(iii) The samples for the annual testing taken for the second and subsequent annual testing events shall be taken within the same calendar month as the first annual sample taken.
(iv) The annual testing report should include the total amount of waste in cubic yards disposed during the calendar year.
(4) Changes in Operating Conditions: If Lockheed Martin Aeronautics Company significantly changes the process described in its petition or starts any processes that generate(s) the waste that may or could affect the composition or type of waste generated (by illustration, but not limitation, changes in equipment or operating conditions of the treatment process), it must notify EPA in writing and it may no longer handle the wastes generated from the new process as non-hazardous until the wastes meet the delisting levels set in paragraph (1) and it has received written approval to do so from EPA.
Lockheed Martin Aeronautics Company must submit a modification to the petition complete with full sampling and analysis for circumstances where the waste volume changes and/or additional waste codes are added to the waste stream.
(5) Data Submittals:
Lockheed Martin Aeronautics Company must submit the information described below. If Lockheed Martin Aeronautics Company fails to submit the required data within the specified time or maintain the required records on-site for the specified time, EPA, at its discretion, will consider this sufficient basis to reopen the exclusion as described in paragraph (6). Lockheed Martin Aeronautics Company must:
(A) Submit the data obtained through paragraph (3) to the Chief, Corrective Action and Waste Minimization Section, Multimedia Planning and Permitting Division, U.S. Environmental Protection Agency Region 6, 1445 Ross Ave., Dallas, Texas, 75202, within the time specified. All supporting data can be submitted on CD-ROM or some comparable electronic media.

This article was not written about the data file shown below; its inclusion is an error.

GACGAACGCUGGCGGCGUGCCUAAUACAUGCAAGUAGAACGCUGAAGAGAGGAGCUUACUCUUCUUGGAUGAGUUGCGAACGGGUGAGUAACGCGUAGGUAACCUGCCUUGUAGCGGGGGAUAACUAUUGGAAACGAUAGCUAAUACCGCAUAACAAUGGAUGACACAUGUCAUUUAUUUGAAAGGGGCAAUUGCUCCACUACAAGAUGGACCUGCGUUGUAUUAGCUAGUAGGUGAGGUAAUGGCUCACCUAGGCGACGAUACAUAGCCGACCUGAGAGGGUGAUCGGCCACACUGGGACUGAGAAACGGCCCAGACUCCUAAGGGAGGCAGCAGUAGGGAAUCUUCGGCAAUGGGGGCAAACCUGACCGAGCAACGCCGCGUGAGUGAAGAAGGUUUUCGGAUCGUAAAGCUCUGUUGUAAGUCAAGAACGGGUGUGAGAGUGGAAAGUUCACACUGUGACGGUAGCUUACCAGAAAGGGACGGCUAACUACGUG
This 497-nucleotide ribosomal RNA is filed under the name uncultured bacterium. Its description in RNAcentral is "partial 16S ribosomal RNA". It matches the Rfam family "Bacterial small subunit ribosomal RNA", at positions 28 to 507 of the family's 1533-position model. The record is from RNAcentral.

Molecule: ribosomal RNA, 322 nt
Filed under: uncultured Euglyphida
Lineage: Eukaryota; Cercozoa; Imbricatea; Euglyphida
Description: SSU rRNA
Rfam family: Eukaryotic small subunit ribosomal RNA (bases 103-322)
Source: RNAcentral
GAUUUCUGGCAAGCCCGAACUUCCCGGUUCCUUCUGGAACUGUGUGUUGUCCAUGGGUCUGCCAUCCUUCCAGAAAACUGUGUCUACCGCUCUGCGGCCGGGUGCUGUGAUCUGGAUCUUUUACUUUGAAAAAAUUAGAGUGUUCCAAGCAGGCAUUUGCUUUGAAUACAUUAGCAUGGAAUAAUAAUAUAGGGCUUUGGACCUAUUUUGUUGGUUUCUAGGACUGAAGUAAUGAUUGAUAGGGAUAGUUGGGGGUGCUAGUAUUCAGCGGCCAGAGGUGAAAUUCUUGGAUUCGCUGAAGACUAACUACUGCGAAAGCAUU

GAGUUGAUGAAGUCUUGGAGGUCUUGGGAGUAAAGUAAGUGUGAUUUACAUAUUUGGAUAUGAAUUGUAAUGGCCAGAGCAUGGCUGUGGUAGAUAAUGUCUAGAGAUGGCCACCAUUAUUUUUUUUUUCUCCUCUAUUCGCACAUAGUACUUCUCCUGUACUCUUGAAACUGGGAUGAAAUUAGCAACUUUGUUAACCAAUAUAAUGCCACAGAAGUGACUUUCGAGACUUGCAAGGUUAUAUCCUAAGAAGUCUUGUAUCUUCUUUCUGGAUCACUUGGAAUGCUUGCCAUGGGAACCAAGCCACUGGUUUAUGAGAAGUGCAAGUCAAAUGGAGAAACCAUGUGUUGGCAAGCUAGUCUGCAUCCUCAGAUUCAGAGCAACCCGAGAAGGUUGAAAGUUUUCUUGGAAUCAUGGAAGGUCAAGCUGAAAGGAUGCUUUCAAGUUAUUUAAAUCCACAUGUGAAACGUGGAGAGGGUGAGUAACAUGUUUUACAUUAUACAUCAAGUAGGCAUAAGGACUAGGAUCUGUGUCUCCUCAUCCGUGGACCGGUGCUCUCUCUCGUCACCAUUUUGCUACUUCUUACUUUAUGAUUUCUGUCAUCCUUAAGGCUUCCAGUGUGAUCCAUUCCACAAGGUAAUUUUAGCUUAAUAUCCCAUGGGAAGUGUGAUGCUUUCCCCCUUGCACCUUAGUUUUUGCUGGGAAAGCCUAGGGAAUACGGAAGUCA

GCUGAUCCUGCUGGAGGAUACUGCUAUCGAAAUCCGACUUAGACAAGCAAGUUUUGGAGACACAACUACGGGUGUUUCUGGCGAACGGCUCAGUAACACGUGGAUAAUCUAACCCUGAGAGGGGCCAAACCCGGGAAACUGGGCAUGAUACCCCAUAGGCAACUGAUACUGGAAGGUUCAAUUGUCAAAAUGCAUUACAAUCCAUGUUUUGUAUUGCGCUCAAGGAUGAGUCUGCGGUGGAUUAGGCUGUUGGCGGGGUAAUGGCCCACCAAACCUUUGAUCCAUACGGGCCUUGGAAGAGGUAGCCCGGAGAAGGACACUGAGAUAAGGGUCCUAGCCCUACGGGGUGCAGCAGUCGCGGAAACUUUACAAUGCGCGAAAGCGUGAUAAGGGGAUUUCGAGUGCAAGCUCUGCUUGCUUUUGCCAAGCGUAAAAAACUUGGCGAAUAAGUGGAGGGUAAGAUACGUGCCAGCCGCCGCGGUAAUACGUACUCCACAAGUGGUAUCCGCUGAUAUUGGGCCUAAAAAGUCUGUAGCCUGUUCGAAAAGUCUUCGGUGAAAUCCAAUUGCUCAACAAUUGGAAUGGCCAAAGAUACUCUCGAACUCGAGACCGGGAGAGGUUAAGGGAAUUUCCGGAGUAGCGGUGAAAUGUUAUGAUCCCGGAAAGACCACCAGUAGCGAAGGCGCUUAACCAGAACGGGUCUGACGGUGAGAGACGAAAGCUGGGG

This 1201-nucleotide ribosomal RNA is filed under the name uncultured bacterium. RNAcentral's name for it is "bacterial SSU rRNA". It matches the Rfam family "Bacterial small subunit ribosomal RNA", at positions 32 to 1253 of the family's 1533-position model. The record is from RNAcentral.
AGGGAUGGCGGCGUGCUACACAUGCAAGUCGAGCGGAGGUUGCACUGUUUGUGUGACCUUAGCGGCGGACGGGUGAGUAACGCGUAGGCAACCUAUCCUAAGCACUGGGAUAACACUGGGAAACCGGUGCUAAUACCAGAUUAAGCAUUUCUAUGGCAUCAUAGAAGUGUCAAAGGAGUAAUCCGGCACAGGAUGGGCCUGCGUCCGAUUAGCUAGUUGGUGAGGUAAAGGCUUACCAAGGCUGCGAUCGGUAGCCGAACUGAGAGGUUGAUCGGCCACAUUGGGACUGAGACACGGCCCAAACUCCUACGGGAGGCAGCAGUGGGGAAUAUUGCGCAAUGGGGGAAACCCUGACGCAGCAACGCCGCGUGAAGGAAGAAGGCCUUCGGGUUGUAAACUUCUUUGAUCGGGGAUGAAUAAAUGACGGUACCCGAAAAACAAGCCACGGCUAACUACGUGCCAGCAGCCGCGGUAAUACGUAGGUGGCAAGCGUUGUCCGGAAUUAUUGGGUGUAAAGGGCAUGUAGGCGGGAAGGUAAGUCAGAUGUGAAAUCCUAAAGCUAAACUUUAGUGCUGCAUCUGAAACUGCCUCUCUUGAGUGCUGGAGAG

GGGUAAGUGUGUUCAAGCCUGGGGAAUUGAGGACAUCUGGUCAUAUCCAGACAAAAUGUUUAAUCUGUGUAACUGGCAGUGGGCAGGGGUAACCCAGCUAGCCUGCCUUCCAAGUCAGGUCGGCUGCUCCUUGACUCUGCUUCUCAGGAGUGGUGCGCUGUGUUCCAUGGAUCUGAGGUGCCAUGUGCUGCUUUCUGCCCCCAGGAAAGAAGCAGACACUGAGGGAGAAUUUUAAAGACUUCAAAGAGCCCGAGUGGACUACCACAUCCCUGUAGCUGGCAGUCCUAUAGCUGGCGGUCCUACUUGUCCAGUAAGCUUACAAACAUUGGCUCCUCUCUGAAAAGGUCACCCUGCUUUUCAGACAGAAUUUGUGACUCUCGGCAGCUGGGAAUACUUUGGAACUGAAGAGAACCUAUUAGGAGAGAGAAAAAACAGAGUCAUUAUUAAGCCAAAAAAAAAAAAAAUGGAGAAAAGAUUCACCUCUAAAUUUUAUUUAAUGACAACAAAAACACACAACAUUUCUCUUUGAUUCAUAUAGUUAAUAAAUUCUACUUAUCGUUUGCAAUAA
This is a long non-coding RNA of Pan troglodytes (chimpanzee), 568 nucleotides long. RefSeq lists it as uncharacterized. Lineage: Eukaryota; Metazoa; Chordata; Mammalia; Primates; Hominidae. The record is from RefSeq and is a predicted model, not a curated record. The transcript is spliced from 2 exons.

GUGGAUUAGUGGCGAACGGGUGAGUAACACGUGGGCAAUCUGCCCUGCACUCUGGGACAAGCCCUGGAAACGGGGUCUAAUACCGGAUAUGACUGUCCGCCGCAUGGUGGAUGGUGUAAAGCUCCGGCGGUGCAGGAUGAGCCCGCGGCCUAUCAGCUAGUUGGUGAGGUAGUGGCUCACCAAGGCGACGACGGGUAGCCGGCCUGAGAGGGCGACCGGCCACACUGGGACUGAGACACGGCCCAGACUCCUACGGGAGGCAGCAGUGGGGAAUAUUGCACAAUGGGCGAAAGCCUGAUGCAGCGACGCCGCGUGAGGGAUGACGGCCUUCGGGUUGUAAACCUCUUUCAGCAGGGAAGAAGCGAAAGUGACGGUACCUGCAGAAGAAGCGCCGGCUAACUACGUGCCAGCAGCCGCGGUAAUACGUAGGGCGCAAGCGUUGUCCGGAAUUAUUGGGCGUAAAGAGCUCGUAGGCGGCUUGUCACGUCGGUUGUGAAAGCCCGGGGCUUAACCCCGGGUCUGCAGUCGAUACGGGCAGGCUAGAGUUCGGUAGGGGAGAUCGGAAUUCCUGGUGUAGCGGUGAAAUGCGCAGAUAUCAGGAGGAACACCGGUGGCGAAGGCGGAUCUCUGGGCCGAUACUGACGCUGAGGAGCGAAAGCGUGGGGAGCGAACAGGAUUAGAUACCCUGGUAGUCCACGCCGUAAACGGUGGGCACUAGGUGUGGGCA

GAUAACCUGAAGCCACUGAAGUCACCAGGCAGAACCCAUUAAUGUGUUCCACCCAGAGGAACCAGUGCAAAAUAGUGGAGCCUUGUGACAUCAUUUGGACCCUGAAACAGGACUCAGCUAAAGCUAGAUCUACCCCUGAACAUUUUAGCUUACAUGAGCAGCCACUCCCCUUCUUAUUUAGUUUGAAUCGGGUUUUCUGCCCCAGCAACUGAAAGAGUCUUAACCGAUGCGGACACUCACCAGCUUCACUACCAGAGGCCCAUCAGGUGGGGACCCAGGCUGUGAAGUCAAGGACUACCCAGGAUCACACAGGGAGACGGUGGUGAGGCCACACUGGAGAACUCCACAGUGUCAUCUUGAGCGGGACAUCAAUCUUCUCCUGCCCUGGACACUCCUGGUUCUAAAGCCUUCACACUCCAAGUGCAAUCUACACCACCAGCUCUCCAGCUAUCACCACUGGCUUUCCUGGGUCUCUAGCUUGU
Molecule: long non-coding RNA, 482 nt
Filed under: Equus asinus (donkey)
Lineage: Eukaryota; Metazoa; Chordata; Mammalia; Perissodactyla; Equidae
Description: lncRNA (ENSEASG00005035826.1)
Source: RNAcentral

(B) Compile records of analytical data from paragraph (3), summarized, and maintained on-site for a minimum of five years.
(C) Furnish these records and data when either EPA or the State of Texas requests them for inspection.
(D) Send along with all data a signed copy of the following certification statement, to attest to the truth and accuracy of the data submitted:
“Under civil and criminal penalty of law for the making or submission of false or fraudulent statements or representations (pursuant to the applicable provisions of the Federal Code, which include, but may not be limited to, 18 U.S.C. 1001 and 42 U.S.C. 6928), I certify that the information contained in or accompanying this document is true, accurate and complete.
As to the (those) identified section(s) of this document for which I cannot personally verify its (their) truth and accuracy, I certify as the company official having supervisory responsibility for the persons who, acting under my direct instructions, made the verification that this information is true, accurate and complete.
If any of this information is determined by EPA in its sole discretion to be false, inaccurate or incomplete, and upon conveyance of this fact to the company, I recognize and agree that this exclusion of waste will be void as if it never had effect or to the extent directed by EPA and that the company will be liable for any actions taken in contravention of the company's RCRA and CERCLA obligations premised upon the company's reliance on the void exclusion.”
(6) Reopener:
(A) If, anytime after disposal of the delisted waste Lockheed Martin Aeronautics Company possesses or is otherwise made aware of any environmental data (including but not limited to leachate data or ground water monitoring data) or any other data relevant to the delisted waste indicating that any constituent identified for the delisting verification testing is at level higher than the delisting level allowed by the Division Director in granting the petition, then the facility must report the data, in writing, to the Division Director within 10 days of first possessing or being made aware of that data.
(B) If either the quarterly or annual testing of the waste does not meet the delisting requirements in paragraph 1, Lockheed Martin Aeronautics Company must report the data, in writing, to the Division Director within 10 days of first possessing or being made aware of that data.